Mistrials and tribulations

Bruce Lehrmann’s legal proceedings cast doubt on whether the justice system can deliver real truth

Between defamation appeals, counter applications for security payments and hearings on new sexual assault charges, it’s easy to forget how Bruce Lehrmann’s legal journey began.

On 27 October 2022, Chief Justice Lucy McCallum, who was overseeing Lehrmann’s criminal trial, discharged the jury. This brought the trial to an end. By then the jury had been deliberating for five days, after twelve days of evidence. As it happened, there would be no retrial.

The day before the jury was sent home, a court officer was tidying the jury room when he stumbled on an academic paper among one juror’s documents. As the Chief Justice later explained, the paper concerned attempts “to quantify the prevalence of false complaints of sexual assault,” and “the reasons for both false complaints and scepticism in the face of true complaints.”

Her Honour accepted that this article “could be deployed to support either side of the central issue in this case, which was whether an act of sexual intercourse was proved beyond reasonable doubt.” Nevertheless, she concluded that the article’s presence in the jury room “necessitated the discharge of the whole jury.” So much followed from the principle that a jury’s only source of information about the people and issues in a trial must be the trial itself.

The rationale for that principle is clear enough. A jury’s verdict determines when the state can use its most serious power, apart from waging war: the imposition of criminal punishment. It goes without saying that a verdict must be reached the right way.

But the fact remains that a juror’s apparently good-faith attempt to inform themselves meant Lehrmann’s trial came to nothing. That seems jarring; all the more so in an age where each of us has an ocean of information on hand, one we dip in and out of instinctively as we move through the world.

Since then, what the Chief Justice described as the “central issue” – in short, what Bruce Lehrmann did to Brittany Higgins – has been revisited only indirectly and by a lone judge. That judge, Justice Michael Lee, found that Network Ten did not defame Lehrmann because its implication that he sexually assaulted Higgins was, more likely than not, substantially true. On most accounts the judgment is well-reasoned. But it is in the end the reasoning of one man, whom most of us know nothing about, concerned not with informing the public but adjudicating a defamation claim. If the appeal goes ahead, the judges who decide it will be principally concerned with even more abstract legal questions.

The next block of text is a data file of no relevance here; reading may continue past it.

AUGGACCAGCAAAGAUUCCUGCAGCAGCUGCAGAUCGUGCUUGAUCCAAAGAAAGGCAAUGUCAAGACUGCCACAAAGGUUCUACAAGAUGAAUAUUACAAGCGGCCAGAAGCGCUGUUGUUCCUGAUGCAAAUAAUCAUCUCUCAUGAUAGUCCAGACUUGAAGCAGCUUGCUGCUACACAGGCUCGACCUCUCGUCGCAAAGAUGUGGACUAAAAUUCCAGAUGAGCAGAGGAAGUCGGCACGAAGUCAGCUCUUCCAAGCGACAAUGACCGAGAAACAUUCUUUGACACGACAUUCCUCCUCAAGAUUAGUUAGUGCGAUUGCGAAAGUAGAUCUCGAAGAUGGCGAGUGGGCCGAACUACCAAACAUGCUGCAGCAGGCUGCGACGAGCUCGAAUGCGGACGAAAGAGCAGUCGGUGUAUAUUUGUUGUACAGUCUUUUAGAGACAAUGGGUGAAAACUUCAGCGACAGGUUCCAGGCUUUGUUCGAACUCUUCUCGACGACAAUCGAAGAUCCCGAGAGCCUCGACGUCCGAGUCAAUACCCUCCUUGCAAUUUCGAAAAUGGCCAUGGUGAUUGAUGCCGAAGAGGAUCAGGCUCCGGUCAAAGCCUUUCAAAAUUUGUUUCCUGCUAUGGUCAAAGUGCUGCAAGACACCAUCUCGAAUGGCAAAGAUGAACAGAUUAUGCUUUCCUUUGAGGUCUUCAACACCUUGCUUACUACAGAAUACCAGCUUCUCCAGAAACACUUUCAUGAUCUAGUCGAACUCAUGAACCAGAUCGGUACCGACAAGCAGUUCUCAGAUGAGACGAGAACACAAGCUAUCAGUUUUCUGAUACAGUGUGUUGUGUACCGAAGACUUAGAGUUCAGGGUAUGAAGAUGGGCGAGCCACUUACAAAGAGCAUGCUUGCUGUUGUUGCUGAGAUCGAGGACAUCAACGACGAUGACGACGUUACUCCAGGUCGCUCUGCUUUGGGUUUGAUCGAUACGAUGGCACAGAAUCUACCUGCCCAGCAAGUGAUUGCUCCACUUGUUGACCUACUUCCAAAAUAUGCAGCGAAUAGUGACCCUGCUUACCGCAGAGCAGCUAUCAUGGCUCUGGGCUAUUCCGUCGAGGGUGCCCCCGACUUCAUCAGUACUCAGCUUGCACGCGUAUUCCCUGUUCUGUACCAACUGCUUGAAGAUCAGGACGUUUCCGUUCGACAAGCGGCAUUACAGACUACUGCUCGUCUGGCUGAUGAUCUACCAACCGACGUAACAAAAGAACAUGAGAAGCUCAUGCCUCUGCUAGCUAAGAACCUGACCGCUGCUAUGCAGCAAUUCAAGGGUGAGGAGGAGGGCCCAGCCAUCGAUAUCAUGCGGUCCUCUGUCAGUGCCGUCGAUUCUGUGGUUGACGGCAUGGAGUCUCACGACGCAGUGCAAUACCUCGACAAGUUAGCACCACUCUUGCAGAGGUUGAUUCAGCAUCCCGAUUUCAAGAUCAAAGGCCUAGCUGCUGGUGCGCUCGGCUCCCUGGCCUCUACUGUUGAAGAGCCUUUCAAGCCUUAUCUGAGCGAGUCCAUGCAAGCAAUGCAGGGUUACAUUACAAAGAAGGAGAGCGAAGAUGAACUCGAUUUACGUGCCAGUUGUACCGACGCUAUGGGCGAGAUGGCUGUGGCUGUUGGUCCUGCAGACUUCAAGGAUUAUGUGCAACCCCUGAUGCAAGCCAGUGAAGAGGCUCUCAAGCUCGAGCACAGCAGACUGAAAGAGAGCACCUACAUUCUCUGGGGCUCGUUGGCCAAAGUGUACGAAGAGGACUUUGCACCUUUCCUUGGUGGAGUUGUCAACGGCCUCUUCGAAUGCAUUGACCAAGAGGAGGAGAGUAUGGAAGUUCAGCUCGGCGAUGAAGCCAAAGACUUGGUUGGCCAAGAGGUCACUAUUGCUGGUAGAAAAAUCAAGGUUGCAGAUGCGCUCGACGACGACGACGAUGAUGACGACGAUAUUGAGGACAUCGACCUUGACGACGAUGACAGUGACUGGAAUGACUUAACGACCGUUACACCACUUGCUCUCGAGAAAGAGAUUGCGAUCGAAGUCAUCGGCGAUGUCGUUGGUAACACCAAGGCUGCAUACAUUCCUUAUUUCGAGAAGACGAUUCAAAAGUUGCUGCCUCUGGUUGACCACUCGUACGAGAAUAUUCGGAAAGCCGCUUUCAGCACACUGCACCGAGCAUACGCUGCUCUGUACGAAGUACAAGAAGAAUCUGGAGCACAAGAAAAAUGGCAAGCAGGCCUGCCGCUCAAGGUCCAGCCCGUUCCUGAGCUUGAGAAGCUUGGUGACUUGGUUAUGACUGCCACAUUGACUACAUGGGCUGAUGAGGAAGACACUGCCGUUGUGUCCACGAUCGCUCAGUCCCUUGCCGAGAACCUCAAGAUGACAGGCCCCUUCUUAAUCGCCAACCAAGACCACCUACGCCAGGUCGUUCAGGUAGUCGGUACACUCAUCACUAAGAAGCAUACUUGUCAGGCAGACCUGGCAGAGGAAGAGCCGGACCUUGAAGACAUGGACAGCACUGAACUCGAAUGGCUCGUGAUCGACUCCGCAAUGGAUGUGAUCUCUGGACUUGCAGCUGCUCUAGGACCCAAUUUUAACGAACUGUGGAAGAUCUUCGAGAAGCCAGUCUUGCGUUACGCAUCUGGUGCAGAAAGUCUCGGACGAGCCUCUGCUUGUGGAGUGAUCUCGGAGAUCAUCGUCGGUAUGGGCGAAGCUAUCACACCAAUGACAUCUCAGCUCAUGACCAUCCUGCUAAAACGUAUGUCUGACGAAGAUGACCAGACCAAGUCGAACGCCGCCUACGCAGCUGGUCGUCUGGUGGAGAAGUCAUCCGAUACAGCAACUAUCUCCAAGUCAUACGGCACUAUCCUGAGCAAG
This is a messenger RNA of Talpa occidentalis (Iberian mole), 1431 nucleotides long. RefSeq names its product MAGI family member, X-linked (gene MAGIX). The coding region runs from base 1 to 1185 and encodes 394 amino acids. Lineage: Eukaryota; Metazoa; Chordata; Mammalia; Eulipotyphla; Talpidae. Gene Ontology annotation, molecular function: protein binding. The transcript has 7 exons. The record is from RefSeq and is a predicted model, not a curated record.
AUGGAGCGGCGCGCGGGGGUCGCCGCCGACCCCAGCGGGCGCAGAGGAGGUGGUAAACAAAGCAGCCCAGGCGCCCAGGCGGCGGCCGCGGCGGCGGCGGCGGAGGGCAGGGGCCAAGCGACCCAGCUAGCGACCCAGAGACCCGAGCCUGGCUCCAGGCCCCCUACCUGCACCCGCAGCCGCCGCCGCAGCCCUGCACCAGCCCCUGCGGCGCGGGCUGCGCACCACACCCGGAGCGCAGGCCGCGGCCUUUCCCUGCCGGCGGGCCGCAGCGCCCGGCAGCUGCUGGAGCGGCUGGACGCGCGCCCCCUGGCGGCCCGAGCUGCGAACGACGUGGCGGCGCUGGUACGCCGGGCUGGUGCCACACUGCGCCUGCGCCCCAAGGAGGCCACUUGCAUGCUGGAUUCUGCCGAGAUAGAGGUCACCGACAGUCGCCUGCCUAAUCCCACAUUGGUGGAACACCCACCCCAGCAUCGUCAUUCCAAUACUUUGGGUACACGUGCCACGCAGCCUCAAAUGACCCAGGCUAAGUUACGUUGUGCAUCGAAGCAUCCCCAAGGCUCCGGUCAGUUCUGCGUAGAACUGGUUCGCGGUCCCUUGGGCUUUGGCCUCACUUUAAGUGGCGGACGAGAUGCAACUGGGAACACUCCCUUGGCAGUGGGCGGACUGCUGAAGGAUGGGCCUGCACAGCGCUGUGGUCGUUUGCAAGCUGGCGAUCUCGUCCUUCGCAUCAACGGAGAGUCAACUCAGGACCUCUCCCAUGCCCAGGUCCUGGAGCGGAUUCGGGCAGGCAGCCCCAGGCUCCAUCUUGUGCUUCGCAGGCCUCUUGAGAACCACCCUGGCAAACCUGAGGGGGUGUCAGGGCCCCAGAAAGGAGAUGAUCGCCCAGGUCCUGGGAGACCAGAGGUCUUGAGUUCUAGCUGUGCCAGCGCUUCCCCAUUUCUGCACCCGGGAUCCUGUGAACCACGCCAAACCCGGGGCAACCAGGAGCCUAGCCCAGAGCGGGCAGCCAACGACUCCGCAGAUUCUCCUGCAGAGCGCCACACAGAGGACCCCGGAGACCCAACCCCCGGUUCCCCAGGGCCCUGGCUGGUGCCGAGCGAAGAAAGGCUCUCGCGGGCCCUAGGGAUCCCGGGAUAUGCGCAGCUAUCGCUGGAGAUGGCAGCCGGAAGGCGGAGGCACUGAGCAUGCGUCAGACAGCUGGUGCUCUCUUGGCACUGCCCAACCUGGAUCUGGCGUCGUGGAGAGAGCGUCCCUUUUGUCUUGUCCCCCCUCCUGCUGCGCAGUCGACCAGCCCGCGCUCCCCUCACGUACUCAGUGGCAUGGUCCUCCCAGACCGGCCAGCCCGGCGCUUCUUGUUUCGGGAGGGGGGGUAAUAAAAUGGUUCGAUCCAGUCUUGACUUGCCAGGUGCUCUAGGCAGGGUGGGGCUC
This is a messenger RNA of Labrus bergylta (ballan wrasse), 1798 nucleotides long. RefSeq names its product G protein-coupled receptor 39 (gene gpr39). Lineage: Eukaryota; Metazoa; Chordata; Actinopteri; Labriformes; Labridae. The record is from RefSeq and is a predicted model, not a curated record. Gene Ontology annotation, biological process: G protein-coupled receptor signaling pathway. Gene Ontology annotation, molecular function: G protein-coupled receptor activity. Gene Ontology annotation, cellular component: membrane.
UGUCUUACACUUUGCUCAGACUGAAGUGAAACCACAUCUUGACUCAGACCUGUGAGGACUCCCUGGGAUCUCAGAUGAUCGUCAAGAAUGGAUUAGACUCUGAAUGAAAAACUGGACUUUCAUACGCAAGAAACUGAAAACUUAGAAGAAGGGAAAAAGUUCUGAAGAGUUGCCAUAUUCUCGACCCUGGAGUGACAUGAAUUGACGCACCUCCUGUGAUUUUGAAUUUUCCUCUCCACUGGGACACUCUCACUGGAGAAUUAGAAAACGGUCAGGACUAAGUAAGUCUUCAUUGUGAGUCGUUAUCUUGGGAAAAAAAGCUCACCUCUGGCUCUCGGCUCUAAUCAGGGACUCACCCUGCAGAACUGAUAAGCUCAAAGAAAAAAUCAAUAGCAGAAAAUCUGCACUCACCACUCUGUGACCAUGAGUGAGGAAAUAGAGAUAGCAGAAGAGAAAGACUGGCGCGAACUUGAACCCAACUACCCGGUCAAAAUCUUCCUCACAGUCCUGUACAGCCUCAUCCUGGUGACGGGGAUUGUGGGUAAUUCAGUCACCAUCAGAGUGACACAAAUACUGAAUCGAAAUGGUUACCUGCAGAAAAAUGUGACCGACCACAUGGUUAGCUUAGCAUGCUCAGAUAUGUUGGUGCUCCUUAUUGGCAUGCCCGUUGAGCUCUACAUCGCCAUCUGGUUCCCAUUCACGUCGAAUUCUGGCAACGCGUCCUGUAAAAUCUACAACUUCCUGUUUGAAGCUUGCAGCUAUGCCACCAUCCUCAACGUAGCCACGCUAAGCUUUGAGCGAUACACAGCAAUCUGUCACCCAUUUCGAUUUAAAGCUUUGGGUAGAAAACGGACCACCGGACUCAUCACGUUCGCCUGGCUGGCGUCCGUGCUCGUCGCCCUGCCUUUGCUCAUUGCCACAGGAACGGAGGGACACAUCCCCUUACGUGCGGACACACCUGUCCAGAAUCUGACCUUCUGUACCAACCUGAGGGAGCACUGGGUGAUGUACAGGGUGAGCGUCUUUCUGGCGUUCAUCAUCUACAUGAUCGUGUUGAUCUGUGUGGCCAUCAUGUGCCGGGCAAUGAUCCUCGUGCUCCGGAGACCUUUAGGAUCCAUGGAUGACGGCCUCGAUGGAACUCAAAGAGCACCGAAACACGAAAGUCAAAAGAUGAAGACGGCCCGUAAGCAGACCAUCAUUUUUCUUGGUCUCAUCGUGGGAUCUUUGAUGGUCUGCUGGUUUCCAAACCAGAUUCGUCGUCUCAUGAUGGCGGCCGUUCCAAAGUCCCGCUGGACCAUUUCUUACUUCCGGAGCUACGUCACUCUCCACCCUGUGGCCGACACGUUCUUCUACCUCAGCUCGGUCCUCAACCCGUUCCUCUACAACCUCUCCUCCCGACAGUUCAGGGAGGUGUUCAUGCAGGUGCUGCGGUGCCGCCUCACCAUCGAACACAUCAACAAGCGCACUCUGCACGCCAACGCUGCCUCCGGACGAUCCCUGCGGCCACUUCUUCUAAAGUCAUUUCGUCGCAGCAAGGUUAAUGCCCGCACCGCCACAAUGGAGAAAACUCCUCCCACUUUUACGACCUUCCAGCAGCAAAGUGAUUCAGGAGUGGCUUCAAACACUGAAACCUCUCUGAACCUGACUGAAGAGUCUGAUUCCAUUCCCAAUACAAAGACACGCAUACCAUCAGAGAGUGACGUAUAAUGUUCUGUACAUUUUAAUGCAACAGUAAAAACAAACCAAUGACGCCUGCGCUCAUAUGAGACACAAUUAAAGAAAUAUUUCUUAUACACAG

There’s the rub. At the heart of these proceedings is an alleged sexual assault perpetrated at Parliament House – the very heart of our body politic – at the height of a moment of national soul-searching and truth-telling about the persistent scourge of male violence, the abuse of power and the weaponisation of shame.

Yet more than anything, Lehrmann’s legal proceedings have demonstrated that the courts aren’t in the business of truth-telling – at least not the kind of truths we long for as a society. Many people, especially women, have identified with aspects of Higgins’ experience. While we know little as yet about the charges Lehrmann faces in Queensland, these proceedings too may raise important questions. It’s natural to look to our institutions for clarity and direction, but as it is, the legal system will always leave us wanting on that front. So to whom, or what, do we turn? When the response from our politicians has, as ever, been more performance than substance, and the bulwark of journalism seems less sturdy than ever, that question is not easily answered.

John Maloney is a barrister, teacher, podcaster and writer.

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